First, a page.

Message from the Executive Director
It is an honour and privilege to be the inaugural Executive Director of the Novo Nordisk Network for Healthy Populations. Thanks to a generous donation from Novo Nordisk to the University of Toronto, we have an unprecedented opportunity to find new and innovative ways to tackle the burden of diabetes and chronic disease.
Having celebrated the 100th anniversary of the discovery of insulin at the University of Toronto in 2021, the timing of the Network’s launch that same year couldn’t be better. This milestone anniversary is a beautiful reminder of how research findings can translate into life-altering benefits for millions of people.
Yet, for all the progress that has been made during the last 100 years, diabetes and related chronic conditions remain a major burden on individuals, families, communities, and health care systems around the world. An estimated 11 million Canadians – one in three – now have diabetes or prediabetes, with the majority living with type 2 diabetes. Rising rates of chronic conditions, such as obesity and type 2 diabetes, have been linked to major shifts over the last three decades in how societies live, work, and play.
As a physician supporting people with diabetes, I see first-hand the effects of diabetes and related conditions on individuals and families. I am also keenly aware of our limits as healthcare providers in helping people stay healthy, given the many structural, social and environmental barriers that are beyond our control. I also see how socially disadvantaged groups have been hardest hit by diabetes and chronic disease, and face the greatest barriers to prevention and care.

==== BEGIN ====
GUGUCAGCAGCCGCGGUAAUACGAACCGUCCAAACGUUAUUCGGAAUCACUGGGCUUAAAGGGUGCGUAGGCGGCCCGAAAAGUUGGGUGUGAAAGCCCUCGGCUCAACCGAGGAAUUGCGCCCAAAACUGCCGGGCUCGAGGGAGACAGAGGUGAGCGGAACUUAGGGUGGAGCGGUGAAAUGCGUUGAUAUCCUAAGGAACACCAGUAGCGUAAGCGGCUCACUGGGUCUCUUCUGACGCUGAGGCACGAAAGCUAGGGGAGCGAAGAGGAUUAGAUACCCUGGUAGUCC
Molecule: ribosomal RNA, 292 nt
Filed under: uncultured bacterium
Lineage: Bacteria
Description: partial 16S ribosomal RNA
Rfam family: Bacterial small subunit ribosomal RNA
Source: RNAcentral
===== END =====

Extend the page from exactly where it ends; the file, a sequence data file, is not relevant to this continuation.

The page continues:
The only way to stem this epidemic is to recognize the relationship between individuals and their environments. We need to target the root causes, with a focus on addressing the social determinants of health that are driving inequities. We will need to work concurrently at all levels of engagement – from the health care system where people seek and receive care, to workplaces, schools, and community groups where people spend their time, and to neighbourhoods and cities where people live and breathe.
Much research has been done to recognize risk factors and consequences of chronic disease and to identify effective interventions in research settings. We must now act on this evidence, by shifting our focus from describing what might work to showing what does work. Being one of the most diverse regions globally and having a mix of urban and suburban areas, Peel is the ideal setting to test strategies that can then be applied to a wide range of contexts, in order to share what we learn locally and spread the impact of our work across the globe.
The challenge ahead is a great one, and it’s one I am eager to tackle alongside this team of talented colleagues. Together, we can move from ideas to implementation and beyond with the same goal that inspired the discoverers of insulin: to improve the lives of those living with or at risk of diabetes.
MD, FRCPC, MSc